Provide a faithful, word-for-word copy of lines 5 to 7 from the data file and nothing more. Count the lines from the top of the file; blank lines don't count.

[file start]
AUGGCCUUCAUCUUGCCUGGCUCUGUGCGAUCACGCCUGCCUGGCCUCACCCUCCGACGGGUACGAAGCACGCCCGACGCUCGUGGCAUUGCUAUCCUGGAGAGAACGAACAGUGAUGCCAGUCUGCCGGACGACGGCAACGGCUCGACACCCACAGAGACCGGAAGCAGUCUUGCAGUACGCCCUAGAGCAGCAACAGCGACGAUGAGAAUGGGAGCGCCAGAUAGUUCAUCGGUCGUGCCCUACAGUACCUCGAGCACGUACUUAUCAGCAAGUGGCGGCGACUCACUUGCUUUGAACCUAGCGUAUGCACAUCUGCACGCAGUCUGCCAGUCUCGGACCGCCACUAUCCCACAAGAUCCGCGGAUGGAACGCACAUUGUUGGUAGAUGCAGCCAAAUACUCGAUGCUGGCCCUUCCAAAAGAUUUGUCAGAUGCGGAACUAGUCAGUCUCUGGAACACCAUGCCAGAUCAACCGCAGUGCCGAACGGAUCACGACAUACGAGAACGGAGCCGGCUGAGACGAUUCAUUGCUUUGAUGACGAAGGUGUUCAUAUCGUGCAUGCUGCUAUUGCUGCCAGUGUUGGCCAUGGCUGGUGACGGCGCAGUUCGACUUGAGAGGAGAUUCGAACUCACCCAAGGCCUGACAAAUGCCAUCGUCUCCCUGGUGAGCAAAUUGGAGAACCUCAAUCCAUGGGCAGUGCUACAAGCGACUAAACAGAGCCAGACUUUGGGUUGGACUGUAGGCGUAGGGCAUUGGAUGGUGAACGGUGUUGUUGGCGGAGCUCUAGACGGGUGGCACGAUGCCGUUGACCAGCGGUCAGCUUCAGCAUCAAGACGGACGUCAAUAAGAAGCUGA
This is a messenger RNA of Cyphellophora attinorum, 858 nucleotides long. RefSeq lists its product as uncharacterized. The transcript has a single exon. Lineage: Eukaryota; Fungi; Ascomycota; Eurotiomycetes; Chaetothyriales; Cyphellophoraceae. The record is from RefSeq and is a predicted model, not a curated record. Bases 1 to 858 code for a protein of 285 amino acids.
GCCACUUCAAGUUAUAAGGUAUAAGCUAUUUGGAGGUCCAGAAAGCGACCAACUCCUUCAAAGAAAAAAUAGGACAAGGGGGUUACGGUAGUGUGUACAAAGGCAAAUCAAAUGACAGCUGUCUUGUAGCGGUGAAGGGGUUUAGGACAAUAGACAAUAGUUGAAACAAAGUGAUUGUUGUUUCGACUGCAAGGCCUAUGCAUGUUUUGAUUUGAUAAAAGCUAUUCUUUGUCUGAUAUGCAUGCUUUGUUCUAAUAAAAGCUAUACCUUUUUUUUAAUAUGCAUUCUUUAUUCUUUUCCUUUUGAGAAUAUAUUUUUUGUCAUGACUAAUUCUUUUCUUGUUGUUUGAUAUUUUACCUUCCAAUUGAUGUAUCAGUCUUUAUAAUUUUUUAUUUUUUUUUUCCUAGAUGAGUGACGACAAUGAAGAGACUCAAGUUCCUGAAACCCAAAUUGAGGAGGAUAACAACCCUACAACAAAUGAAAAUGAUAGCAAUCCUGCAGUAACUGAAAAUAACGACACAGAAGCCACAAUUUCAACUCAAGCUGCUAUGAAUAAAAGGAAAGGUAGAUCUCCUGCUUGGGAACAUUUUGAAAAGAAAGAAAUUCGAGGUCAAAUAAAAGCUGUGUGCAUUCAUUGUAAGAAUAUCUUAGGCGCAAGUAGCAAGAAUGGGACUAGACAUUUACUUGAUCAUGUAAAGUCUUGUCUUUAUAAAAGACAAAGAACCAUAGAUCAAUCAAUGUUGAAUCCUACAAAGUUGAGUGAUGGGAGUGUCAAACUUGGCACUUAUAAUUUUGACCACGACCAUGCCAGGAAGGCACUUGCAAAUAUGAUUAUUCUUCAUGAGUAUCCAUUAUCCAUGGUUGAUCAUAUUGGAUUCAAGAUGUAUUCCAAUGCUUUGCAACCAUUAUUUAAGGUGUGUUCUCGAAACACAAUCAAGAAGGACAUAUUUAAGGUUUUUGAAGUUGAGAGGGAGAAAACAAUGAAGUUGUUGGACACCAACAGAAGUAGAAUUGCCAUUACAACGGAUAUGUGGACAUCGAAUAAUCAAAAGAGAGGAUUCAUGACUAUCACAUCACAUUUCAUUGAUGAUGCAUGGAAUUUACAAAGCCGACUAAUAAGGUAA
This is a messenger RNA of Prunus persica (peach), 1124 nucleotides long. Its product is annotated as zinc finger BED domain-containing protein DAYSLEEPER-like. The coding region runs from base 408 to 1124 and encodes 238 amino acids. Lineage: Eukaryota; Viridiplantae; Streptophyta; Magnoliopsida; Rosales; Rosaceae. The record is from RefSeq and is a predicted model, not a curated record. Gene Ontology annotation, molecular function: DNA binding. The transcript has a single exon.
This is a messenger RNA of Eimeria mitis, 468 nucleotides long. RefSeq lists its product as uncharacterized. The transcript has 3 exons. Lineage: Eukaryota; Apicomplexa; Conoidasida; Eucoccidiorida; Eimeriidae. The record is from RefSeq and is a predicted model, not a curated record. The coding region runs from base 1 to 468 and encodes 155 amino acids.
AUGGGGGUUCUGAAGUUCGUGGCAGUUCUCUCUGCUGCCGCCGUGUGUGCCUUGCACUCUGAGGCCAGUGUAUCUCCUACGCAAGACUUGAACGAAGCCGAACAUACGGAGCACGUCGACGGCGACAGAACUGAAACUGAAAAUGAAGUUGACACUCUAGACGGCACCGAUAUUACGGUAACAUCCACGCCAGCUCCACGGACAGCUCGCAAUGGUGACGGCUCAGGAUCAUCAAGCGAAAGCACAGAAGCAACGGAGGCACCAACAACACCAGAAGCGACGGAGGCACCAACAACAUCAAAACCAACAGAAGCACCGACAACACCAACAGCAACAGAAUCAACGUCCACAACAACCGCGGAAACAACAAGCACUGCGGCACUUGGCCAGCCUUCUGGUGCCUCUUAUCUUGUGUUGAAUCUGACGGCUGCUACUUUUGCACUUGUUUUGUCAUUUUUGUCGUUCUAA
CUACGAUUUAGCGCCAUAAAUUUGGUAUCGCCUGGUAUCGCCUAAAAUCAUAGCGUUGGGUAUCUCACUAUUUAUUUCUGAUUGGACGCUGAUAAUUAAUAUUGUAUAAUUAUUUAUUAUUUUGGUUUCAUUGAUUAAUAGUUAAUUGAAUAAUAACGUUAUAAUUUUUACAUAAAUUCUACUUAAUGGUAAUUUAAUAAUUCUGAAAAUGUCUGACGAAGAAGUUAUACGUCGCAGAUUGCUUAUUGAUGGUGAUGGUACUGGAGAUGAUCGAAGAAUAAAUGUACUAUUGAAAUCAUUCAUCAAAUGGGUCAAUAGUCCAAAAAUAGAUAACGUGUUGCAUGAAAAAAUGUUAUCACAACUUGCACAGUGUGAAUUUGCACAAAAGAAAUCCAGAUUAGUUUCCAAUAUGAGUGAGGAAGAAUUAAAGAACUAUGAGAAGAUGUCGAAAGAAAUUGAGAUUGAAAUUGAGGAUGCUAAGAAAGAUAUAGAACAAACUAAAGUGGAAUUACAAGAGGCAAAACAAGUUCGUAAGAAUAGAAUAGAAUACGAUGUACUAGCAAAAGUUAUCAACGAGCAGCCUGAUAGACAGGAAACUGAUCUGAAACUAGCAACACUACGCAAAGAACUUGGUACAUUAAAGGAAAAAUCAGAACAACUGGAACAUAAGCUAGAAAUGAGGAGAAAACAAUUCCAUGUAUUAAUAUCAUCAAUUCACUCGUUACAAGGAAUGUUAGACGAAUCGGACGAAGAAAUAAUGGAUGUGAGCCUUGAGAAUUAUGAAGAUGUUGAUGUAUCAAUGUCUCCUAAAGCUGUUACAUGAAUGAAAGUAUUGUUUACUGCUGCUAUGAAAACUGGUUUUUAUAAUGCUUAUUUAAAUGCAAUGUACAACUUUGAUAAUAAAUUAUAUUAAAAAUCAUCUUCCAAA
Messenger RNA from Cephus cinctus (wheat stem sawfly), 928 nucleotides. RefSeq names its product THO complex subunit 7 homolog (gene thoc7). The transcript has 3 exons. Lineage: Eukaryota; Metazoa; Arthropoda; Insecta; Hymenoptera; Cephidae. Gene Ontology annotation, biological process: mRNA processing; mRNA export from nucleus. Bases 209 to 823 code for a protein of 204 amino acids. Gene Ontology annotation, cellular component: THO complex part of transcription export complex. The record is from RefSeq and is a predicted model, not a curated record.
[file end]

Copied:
This is a messenger RNA of Eimeria mitis, 468 nucleotides long. RefSeq lists its product as uncharacterized. The transcript has 3 exons. Lineage: Eukaryota; Apicomplexa; Conoidasida; Eucoccidiorida; Eimeriidae. The record is from RefSeq and is a predicted model, not a curated record. The coding region runs from base 1 to 468 and encodes 155 amino acids.
AUGGGGGUUCUGAAGUUCGUGGCAGUUCUCUCUGCUGCCGCCGUGUGUGCCUUGCACUCUGAGGCCAGUGUAUCUCCUACGCAAGACUUGAACGAAGCCGAACAUACGGAGCACGUCGACGGCGACAGAACUGAAACUGAAAAUGAAGUUGACACUCUAGACGGCACCGAUAUUACGGUAACAUCCACGCCAGCUCCACGGACAGCUCGCAAUGGUGACGGCUCAGGAUCAUCAAGCGAAAGCACAGAAGCAACGGAGGCACCAACAACACCAGAAGCGACGGAGGCACCAACAACAUCAAAACCAACAGAAGCACCGACAACACCAACAGCAACAGAAUCAACGUCCACAACAACCGCGGAAACAACAAGCACUGCGGCACUUGGCCAGCCUUCUGGUGCCUCUUAUCUUGUGUUGAAUCUGACGGCUGCUACUUUUGCACUUGUUUUGUCAUUUUUGUCGUUCUAA
CUACGAUUUAGCGCCAUAAAUUUGGUAUCGCCUGGUAUCGCCUAAAAUCAUAGCGUUGGGUAUCUCACUAUUUAUUUCUGAUUGGACGCUGAUAAUUAAUAUUGUAUAAUUAUUUAUUAUUUUGGUUUCAUUGAUUAAUAGUUAAUUGAAUAAUAACGUUAUAAUUUUUACAUAAAUUCUACUUAAUGGUAAUUUAAUAAUUCUGAAAAUGUCUGACGAAGAAGUUAUACGUCGCAGAUUGCUUAUUGAUGGUGAUGGUACUGGAGAUGAUCGAAGAAUAAAUGUACUAUUGAAAUCAUUCAUCAAAUGGGUCAAUAGUCCAAAAAUAGAUAACGUGUUGCAUGAAAAAAUGUUAUCACAACUUGCACAGUGUGAAUUUGCACAAAAGAAAUCCAGAUUAGUUUCCAAUAUGAGUGAGGAAGAAUUAAAGAACUAUGAGAAGAUGUCGAAAGAAAUUGAGAUUGAAAUUGAGGAUGCUAAGAAAGAUAUAGAACAAACUAAAGUGGAAUUACAAGAGGCAAAACAAGUUCGUAAGAAUAGAAUAGAAUACGAUGUACUAGCAAAAGUUAUCAACGAGCAGCCUGAUAGACAGGAAACUGAUCUGAAACUAGCAACACUACGCAAAGAACUUGGUACAUUAAAGGAAAAAUCAGAACAACUGGAACAUAAGCUAGAAAUGAGGAGAAAACAAUUCCAUGUAUUAAUAUCAUCAAUUCACUCGUUACAAGGAAUGUUAGACGAAUCGGACGAAGAAAUAAUGGAUGUGAGCCUUGAGAAUUAUGAAGAUGUUGAUGUAUCAAUGUCUCCUAAAGCUGUUACAUGAAUGAAAGUAUUGUUUACUGCUGCUAUGAAAACUGGUUUUUAUAAUGCUUAUUUAAAUGCAAUGUACAACUUUGAUAAUAAAUUAUAUUAAAAAUCAUCUUCCAAA